The award-winning line of California-crafted spirits from The Family Coppola not only honors women’s achievements, but they are the products of head distiller Natalie Dale, one of a growing number of women in the distilling industry. Inspired by the great women in his own life, Francis Ford Coppola wanted to shed light on historic women whose stories are not widely told. He chose Dale, his winemaker, to lead the production of Great Women Spirits.
The collection includes Ada Lovelace Gin, crafted in the English style of gins produced in her time and made with Meyer Lemons and rose petals from the Coppola family estate. Recognized as the first computer programmer, Ada Lovelace was born in London in 1815 and studied math and science, rare for a woman in that era.
Hypatia Ruby Amaro honors the renowned 4th-century philosopher, mathematician, and astronomer with a spirit made from a secret recipe that includes bitter orange peels, gentian, and pinot noir stems. Dorothy Arzner Straight Rye Whiskey is named for the first female director of a sound film, “Manhattan Cocktail,” in 1928. As a UCLA film teacher after her retirement, Arzner mentored Coppola, encouraging his career in filmmaking.
Eighteenth-century mathematician, philosopher, and prodigy Maria Gaetana Agnesi was the inspiration for Agnesi 1799 Brandy. The Countess Walewska Premium Vodka is named for the Polish patriot and mistress of Napoleon. The Family Coppola website includes details about the lives and achievements of the women as well as specifics about the ingredients of each creation.
Travel + Leisure spoke to Natalie Dale about her role as a winemaker and head distiller during her nearly 10 years with The Family Coppola in Geyserville, California.
Travel + Leisure: Tell us about your transition from winemaker to Head Distiller
Natalie Dale: “There were many new things to learn with distilling, and I really enjoyed the process. The distilling community is so supportive, and everyone genuinely wants you to succeed. I was lucky with my winemaking career to have many female mentors to look to for advice, and every year I meet more women in distilling. They’re a small but mighty force, and most are quietly hustling and making some really interesting things.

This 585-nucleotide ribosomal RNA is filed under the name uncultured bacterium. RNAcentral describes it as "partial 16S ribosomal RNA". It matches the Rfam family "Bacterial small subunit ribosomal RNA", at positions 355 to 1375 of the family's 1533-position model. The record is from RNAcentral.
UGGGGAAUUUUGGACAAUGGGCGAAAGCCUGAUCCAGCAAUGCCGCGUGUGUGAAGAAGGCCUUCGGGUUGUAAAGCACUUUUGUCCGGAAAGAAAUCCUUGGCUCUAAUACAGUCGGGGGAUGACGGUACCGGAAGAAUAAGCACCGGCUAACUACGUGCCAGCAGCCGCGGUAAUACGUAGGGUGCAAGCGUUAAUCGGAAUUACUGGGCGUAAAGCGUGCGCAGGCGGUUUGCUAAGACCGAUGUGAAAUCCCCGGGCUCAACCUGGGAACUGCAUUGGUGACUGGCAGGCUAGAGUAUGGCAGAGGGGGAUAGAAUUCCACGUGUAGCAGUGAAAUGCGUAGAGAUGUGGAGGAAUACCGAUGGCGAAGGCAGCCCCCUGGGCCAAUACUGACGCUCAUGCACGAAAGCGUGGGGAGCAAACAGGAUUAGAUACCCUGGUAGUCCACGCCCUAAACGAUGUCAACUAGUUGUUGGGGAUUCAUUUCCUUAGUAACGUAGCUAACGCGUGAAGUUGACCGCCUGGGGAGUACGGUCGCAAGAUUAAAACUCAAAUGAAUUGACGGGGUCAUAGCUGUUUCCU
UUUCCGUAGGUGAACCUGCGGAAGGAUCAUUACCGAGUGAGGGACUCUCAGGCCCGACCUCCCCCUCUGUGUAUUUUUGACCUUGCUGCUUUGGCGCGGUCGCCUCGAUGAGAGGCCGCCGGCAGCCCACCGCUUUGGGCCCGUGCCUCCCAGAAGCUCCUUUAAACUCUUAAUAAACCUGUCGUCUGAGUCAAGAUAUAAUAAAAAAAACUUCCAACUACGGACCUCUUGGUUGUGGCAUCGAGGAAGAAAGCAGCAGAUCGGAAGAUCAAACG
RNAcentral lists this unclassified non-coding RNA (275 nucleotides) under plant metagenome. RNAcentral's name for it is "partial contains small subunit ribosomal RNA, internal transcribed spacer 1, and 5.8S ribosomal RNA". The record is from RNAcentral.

My transition has opened the door to a world I knew was out there for me. Distilling is part science and part artistry. You can make wine or beer by accident, but not spirits! Everything has intention and purpose. Like wine, the result is a product for people to enjoy.”
What did you take from your winemaking experience to the distilling process?
“So many things! Winemaking has given me the education in fermentation science, maturation in barrels, and blending. Getting the fermentation right is a huge focus in order to create balanced, agreeable wines. With each vintage, we try to set the bar higher, always trying to do better. Could we have adjusted pH, tried a different oak barrel, or used a different yeast?
One of my favorite parts of winemaking is blending barrels. I’ve been able to take that love of blending and apply it to each of the spirits. That goes for our gin and botanical-forward spirits as well as our barrel-aged ones. I love putting new brandy distillate to barrel. Once it touches that oak, it will never be the same.”
Do you have a favorite among the Great Women Spirits? Or a cocktail you enjoy making with one of them?
“I love the Straight Rye Whiskey. The oak blend is something I’m really proud of. We use a combination of rye, rye malt, and two different specialty malts. There’s a strong rye presence without the typical rye astringency. It has beautiful malt sweetness, chewy rye spice, and warm vanilla oak tones. It’s like dessert for me. I drink it neat.”
What’s next for you?
“I’m finishing a master’s degree in brewing and distilling. I can’t wait to have my weekends back! We also have more creative spirits coming to fruition in the next few years, and I’ll continue to see how I can fine tune our current portfolio of spirits. I’m always thinking of how we can improve on what we’ve done in the past and how we can learn from it.
I’m hoping I can take my experiences and help others out too. Not many people get to do what they love for a living. I know how lucky I am.”